coward [kausrd] n.
A coward is a person who lacks courage to do risky or dangerous things.
—►A firefighter cannot be a coward. They have to be able to act quickly.
delete [dii(:t] v.
To delete something means to remove or erase written material.
—►Several lines had been deleted from her speech.
firsthand [fa:rsthaend] adj.
If something is firsthand, then it is from an original source.
—►If you want firsthand knowledge, ask someone who saw it.
earnest ternist] adj.
If someone is earnest, then they are honest.
—» The child was very earnest when she told her mother how she broke the dish.
ethnic [eenik] adj.
If something is ethnic, then it is related to a group with a similar culture.
—►Many sections of the city are home to different ethnic communities.
exclude [iksktu:d] V.
To exclude someone means to not accept them into a group.
—►Carol was excluded from the contest because her friend was a judge.
fluent [flu snt] adj.
If someone is fluent in a language, then they are able to speak it very well.
—►She was so fluent in German that you’d have thought she was from Germany.
imperial [impiarial] adj.
If something is imperial, then it is of, or related to an empire.
—►These old imperial coins were once used in the Roman Empire.
inclusive Onktu :siv] adj.
If something is inclusive, then it is open to all groups and people in society.
—►A more inclusive event would have allowed children to attend.
legislature [ledjisleitjar] n.
A legislature is the section of a government that makes laws.
—►The senator had served ten years in the national legislature.
linguistic [lirjgwfstik] adj.
If something is linguistic, then it is concerned with language.
—►A linguistic way of studying culture focuses on words within that culture.
monolingual [mdnah’rjgwal] adj.
If someone is monolingual, then they speak only one language.
– » In today’s global economy, being monolingual limits your opportunities.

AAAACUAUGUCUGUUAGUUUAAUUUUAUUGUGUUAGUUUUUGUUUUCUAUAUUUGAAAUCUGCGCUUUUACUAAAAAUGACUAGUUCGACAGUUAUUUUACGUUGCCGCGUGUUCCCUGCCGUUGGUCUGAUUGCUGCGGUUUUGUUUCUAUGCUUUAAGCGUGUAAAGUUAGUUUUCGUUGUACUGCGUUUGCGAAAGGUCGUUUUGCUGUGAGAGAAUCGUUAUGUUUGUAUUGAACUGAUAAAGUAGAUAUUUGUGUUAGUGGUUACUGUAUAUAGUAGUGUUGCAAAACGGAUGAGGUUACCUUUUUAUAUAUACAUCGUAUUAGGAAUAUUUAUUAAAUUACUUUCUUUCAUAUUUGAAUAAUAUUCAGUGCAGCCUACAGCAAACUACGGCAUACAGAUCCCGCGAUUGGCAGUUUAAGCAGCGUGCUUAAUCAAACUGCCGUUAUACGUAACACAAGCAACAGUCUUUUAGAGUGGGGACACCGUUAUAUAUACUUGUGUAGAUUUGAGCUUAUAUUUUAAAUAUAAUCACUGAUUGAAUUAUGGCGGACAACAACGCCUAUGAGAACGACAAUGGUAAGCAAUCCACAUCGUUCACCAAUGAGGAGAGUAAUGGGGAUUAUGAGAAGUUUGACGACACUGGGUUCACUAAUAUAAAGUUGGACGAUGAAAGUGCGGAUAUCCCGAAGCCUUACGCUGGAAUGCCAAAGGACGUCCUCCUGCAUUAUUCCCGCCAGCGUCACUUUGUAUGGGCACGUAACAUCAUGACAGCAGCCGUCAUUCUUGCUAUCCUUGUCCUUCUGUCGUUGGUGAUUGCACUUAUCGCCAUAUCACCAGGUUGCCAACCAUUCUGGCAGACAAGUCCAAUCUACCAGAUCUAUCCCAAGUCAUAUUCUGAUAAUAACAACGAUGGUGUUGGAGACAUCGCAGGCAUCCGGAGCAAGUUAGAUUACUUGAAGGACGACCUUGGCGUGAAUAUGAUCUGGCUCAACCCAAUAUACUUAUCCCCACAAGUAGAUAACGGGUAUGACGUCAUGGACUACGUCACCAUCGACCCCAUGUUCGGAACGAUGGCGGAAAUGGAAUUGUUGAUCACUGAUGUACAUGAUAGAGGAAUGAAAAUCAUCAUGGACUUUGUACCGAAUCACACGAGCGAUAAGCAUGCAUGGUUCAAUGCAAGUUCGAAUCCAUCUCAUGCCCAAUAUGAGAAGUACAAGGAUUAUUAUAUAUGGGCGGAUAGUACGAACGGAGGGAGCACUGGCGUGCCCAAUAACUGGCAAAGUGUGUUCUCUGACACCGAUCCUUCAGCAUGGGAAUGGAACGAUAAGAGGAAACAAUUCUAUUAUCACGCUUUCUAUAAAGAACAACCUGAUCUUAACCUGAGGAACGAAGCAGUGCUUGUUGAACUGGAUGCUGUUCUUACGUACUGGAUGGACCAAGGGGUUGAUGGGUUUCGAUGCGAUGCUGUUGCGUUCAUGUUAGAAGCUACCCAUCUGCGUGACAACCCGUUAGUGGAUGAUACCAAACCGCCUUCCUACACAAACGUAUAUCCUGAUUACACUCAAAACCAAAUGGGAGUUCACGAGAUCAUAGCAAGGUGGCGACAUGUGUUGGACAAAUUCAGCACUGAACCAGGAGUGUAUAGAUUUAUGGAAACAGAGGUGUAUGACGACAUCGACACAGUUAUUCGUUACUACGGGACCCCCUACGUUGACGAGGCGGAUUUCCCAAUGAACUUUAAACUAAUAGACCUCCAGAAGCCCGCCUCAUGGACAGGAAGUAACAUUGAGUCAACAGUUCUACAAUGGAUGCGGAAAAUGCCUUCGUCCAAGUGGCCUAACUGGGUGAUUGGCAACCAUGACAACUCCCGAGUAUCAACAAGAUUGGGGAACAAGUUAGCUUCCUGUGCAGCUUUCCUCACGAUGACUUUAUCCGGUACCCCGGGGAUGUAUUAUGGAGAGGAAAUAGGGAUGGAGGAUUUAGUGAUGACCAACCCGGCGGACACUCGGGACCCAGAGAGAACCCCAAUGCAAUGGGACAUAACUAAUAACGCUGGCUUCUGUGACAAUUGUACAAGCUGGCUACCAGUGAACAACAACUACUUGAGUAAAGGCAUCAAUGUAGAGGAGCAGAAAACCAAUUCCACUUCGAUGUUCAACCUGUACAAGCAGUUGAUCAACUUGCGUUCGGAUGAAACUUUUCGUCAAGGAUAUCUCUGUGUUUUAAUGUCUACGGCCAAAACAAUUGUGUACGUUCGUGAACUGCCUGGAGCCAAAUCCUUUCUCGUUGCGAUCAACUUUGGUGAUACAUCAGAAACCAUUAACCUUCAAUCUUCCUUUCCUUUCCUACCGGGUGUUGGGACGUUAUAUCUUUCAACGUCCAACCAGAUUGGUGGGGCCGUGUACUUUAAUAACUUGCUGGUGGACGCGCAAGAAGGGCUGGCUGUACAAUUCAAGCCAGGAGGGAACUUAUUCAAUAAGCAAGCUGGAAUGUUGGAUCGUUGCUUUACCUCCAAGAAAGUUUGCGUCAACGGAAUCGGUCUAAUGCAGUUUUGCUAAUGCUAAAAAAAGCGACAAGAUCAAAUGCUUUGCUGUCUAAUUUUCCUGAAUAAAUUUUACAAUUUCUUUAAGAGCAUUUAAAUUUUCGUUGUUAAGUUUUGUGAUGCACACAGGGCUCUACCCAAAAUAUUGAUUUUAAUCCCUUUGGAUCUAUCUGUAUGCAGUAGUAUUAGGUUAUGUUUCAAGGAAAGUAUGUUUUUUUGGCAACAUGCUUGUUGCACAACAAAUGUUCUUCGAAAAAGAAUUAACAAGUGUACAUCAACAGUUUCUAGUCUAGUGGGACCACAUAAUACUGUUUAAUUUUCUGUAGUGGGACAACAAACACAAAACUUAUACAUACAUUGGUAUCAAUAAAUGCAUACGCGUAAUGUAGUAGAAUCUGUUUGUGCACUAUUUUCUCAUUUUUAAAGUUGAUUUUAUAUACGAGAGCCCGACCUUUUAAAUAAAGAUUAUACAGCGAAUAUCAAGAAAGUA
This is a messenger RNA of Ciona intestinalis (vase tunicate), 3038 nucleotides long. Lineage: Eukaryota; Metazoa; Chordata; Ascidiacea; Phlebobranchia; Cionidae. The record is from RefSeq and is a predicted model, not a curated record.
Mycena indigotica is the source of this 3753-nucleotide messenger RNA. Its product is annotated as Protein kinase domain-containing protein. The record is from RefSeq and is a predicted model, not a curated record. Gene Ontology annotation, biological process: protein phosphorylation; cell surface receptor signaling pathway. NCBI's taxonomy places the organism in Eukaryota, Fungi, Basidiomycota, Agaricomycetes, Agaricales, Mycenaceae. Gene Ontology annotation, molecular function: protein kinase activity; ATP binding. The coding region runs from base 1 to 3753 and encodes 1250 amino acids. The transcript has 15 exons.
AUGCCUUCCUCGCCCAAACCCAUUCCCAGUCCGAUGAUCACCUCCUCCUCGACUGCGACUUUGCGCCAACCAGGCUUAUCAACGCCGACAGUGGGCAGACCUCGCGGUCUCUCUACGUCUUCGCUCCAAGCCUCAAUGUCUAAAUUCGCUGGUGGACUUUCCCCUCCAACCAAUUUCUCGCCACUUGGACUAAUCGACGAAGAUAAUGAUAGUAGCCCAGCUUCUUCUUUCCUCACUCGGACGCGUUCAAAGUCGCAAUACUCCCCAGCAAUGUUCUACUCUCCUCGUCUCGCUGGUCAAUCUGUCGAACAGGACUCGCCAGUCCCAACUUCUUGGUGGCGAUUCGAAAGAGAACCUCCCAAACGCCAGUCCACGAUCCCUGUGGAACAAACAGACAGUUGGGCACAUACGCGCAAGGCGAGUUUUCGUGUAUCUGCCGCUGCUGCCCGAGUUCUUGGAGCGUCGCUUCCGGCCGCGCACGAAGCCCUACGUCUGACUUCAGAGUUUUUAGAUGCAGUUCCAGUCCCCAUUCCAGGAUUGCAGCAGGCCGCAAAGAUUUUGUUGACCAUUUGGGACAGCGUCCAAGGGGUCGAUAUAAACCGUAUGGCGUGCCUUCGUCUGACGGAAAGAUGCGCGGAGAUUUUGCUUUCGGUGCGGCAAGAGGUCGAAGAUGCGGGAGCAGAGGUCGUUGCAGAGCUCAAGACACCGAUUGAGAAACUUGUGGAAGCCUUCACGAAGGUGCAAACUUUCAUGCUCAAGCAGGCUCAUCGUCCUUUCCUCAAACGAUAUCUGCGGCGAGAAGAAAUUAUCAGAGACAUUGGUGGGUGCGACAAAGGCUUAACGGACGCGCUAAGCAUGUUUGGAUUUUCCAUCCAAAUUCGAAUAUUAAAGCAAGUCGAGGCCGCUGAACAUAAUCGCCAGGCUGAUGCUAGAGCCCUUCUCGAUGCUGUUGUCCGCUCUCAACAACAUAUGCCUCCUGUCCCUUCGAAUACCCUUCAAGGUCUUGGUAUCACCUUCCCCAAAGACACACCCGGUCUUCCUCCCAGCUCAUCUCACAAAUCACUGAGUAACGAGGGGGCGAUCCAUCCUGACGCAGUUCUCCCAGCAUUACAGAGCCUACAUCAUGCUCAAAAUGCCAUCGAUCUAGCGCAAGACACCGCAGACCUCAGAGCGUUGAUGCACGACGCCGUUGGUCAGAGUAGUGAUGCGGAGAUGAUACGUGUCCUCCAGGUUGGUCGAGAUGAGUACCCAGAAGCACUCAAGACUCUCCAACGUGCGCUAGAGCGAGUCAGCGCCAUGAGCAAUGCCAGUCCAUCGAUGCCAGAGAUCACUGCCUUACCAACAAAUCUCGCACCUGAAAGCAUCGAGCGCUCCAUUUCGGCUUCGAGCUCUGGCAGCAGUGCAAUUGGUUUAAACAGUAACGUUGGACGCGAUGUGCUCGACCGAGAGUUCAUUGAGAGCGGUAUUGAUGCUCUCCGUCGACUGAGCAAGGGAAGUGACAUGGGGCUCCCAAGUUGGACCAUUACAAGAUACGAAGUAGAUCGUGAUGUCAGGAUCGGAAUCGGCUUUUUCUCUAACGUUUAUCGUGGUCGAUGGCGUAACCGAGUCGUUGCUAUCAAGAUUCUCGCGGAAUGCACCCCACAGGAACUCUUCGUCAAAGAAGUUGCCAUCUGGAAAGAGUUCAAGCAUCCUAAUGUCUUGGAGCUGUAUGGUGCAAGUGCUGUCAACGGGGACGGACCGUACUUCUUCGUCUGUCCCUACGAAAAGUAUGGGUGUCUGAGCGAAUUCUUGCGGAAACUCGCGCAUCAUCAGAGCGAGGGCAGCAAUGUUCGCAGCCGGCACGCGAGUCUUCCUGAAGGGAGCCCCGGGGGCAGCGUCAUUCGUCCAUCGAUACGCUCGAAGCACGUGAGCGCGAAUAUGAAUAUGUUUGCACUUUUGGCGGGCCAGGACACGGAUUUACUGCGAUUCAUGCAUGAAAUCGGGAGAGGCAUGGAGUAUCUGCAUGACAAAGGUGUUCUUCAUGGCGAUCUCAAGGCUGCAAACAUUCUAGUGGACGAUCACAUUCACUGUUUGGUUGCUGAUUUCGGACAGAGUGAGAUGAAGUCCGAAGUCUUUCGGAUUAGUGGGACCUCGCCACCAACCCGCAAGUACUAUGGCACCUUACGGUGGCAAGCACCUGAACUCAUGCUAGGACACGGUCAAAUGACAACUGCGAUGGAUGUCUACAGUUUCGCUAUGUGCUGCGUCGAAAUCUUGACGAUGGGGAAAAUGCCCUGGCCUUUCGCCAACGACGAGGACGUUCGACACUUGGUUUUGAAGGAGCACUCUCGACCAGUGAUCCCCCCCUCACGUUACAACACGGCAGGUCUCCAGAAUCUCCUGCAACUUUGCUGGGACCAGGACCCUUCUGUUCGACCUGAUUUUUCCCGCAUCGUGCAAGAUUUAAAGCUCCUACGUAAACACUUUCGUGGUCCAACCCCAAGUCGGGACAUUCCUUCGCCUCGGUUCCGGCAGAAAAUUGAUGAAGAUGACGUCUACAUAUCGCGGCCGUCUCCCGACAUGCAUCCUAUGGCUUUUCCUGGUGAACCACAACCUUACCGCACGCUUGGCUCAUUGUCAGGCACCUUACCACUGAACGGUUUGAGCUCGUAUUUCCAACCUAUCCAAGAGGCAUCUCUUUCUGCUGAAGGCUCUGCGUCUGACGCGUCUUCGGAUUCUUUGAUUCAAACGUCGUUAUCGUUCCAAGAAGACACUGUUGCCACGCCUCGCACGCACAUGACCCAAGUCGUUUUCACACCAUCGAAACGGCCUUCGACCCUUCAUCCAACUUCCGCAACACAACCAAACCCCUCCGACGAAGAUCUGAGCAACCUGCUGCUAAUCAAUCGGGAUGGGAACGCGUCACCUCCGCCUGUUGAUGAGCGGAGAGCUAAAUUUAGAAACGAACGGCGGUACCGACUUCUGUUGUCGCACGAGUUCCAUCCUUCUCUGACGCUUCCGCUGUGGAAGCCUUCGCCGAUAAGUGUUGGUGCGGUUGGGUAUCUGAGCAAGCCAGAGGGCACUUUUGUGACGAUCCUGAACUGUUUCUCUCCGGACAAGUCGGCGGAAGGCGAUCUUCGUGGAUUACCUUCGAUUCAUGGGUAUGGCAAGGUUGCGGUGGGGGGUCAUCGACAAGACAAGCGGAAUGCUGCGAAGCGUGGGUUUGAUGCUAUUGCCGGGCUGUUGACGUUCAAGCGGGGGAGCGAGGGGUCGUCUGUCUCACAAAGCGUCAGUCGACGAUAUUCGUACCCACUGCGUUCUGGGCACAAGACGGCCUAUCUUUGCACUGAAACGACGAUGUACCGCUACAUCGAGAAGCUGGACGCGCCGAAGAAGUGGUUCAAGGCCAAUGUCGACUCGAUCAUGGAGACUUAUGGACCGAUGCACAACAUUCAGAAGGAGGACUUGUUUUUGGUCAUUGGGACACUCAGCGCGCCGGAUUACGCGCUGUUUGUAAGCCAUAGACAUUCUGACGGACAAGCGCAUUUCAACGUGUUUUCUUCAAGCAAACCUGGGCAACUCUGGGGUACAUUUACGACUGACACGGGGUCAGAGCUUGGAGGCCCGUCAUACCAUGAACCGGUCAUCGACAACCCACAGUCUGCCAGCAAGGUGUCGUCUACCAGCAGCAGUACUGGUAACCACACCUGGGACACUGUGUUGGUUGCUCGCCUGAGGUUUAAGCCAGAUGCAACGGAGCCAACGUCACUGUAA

nationality [naejsnaelati] n.
Nationality is an identity based on the nation from which you come.
—»His nationality is German, but he speaks French, Spanish, and Korean.
patriot [peitriat] n.
A patriot is someone who loves, supports, and defends their country.
—* Every year young patriots join their countries’ militaries.
p ro s e c u te [prdsakju:t] v.
To prosecute someone means to take legal action against them.
—» They were prosecuted for fishing in the river without a permit.
racial [reijal] adj.
If something is racial, then it is related to a race or races.
—►The differences between racial groups are physical characteristics and culture.
Solemn [salam] adj.
If something is solemn, then it is serious and honest.
—»The professor preferred a solemn relationship between him and his students.
solidarity [sdladaerati] n.
Solidarity is a union formed from common responsibilities or interests.
—»All the citizens came together in a show of solidarity to create change.
tact [tasktj n.
Tact is the ability to avoid offending people when dealing with problems.
—►Since both sides would not agree, it required someone with tact to make peace.
undermine [Andamnain] v.
To undermine someone means to betray or weaken their efforts or authority.
—»The documents helped to undermine the workers’ trust in their bosses’ honesty


The Editor’s Choice
A newspaper editor sat at his desk and stared at the flashing cursor on his computer’s
screen. He didn’t know if he should delete the article he had just written or go ahead and
publish it. He was scared and filled with doubt.
The empire had passed a new law stating that citizens could only use the imperial
language. The editor disagreed with the law and decided to write an article about why it was
wrong. He felt that the new law excluded people of different nationalities and racial and
ethnic backgrounds. He had firsthand knowledge of what it feels like not to be fluent in the
imperial language because he was from a remote part of the empire.
He felt that the empire shouldn’t be monolingual and should be more inclusive. Yet he
was afraid that he would get in trouble for having this belief. Many would say that he was
not a patriot—that he didn’t love the empire. But he didn’t wish to undermine the authority
of the empire. He wanted to argue that the empire could be stronger if it accepted people of
various cultures and beliefs.
At last, he decided to stop being a coward and to be earnest about how he felt. He wrote
the article. It wasn’t rude or angry, but rather, very solemn and intelligent. The next day it
was published in all the papers.
Everyone was impressed by his tact and showed solidarity with his ideas. He expected
to be arrested any day, but the police never came. Surprisingly, instead of being prosecuted,
he became a hero. The legislature changed the law, and people from many linguistic
backgrounds praised him.

“Never be afraid to be vocal,” the editor later wrote. ” If you thnk something is wrong, then stand up for what you believe.”